Completely unique, Bio Glitter is the only glitter available on the market which is now PROVEN to biodegrade into a harmless substance in the natural environment.  
(Do not inhale and not for use in the eyes)
Story by Plastic Soup 
Glitters are spreading fast. Nowadays they are found in products such as nail polish, hairspray, shampoo and suntan lotion. Then there are the party-glitters that you put on your face. It all seems harmless and nice, but it is not. Glitters are predominantly made of plastic, often a combination of aluminium and PET. They are flushed away with the shower water and easily end up in the environment.
Worldwide, the sale of all glitter products has grown tremendously in recent years. Most users don’t realize that glitters are bits of plastic and that using them contributes to the plastic soup. Social media such as Instagram are believed to be partly responsible for the growth because people share photos and imitate each other. See for examples of this on Instagram.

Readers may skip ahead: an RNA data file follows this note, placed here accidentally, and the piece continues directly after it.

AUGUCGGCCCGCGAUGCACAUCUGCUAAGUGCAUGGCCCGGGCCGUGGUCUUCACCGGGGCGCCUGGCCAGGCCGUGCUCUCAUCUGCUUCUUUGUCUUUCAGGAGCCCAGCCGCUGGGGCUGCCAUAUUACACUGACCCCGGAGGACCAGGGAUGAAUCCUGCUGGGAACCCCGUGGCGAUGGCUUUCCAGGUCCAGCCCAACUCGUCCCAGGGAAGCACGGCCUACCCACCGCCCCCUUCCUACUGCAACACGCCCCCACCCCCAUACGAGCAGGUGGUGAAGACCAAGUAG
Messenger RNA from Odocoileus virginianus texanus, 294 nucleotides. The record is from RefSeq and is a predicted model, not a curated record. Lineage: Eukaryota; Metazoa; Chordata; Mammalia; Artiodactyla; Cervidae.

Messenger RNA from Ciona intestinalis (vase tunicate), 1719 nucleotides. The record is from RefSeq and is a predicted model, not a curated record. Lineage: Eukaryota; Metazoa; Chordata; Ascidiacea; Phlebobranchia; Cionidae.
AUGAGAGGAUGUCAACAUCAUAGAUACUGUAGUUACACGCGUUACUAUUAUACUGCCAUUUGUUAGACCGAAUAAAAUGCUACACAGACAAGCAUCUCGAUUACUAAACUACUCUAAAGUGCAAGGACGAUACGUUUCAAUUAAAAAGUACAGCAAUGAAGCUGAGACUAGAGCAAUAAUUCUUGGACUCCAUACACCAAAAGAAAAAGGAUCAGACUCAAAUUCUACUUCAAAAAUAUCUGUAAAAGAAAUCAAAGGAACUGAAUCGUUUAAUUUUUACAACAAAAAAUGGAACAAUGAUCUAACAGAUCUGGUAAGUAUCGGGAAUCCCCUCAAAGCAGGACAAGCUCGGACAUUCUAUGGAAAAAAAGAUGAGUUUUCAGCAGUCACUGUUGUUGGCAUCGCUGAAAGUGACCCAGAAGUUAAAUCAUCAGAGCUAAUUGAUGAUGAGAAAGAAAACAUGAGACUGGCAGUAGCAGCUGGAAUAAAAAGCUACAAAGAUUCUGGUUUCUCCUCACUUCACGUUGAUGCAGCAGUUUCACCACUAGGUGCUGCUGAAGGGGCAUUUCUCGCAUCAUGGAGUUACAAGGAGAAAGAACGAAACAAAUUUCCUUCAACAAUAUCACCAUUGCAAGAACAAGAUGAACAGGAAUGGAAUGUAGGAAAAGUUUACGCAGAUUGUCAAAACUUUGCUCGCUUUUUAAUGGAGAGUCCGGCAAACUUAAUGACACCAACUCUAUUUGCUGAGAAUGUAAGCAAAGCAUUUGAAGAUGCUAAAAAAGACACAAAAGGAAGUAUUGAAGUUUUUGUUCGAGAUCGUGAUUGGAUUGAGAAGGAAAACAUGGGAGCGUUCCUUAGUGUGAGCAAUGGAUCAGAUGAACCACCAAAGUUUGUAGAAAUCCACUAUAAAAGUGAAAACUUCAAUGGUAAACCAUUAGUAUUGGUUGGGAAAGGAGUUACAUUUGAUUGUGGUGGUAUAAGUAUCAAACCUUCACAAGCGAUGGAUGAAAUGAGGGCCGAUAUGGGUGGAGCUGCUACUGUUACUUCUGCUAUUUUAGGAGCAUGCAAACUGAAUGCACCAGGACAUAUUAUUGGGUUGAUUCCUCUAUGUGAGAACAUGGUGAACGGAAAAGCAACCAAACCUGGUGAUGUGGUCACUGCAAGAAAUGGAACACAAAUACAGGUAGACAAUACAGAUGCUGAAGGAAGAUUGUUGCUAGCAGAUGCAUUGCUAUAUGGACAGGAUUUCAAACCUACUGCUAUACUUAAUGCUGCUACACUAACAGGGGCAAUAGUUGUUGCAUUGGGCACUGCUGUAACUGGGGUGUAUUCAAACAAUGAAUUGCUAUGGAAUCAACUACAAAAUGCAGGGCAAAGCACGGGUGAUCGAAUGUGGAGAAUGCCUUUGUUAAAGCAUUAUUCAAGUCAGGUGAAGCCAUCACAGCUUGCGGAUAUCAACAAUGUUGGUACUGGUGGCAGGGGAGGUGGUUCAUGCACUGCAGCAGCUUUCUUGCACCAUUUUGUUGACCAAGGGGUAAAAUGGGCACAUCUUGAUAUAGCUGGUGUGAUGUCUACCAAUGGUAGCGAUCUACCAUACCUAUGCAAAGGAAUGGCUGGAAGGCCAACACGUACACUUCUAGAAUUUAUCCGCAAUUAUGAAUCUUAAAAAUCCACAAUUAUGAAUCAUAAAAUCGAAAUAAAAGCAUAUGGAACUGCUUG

While the presence of microplastics in care products  has been amply discussed in recent years, glitters seem to have been ignored. The attention was focused primarily on banning microplastics with a scrub function. When legislation prohibits only those plastic scrub particles, glitters and other microplastics are beyond that scope. 
Maria Westerbos, Director of the Plastic Soup Foundation: “Think twice about wearing glitters the coming holidays, and if you still want to, ask explicitly for glitters that are not made of plastic.”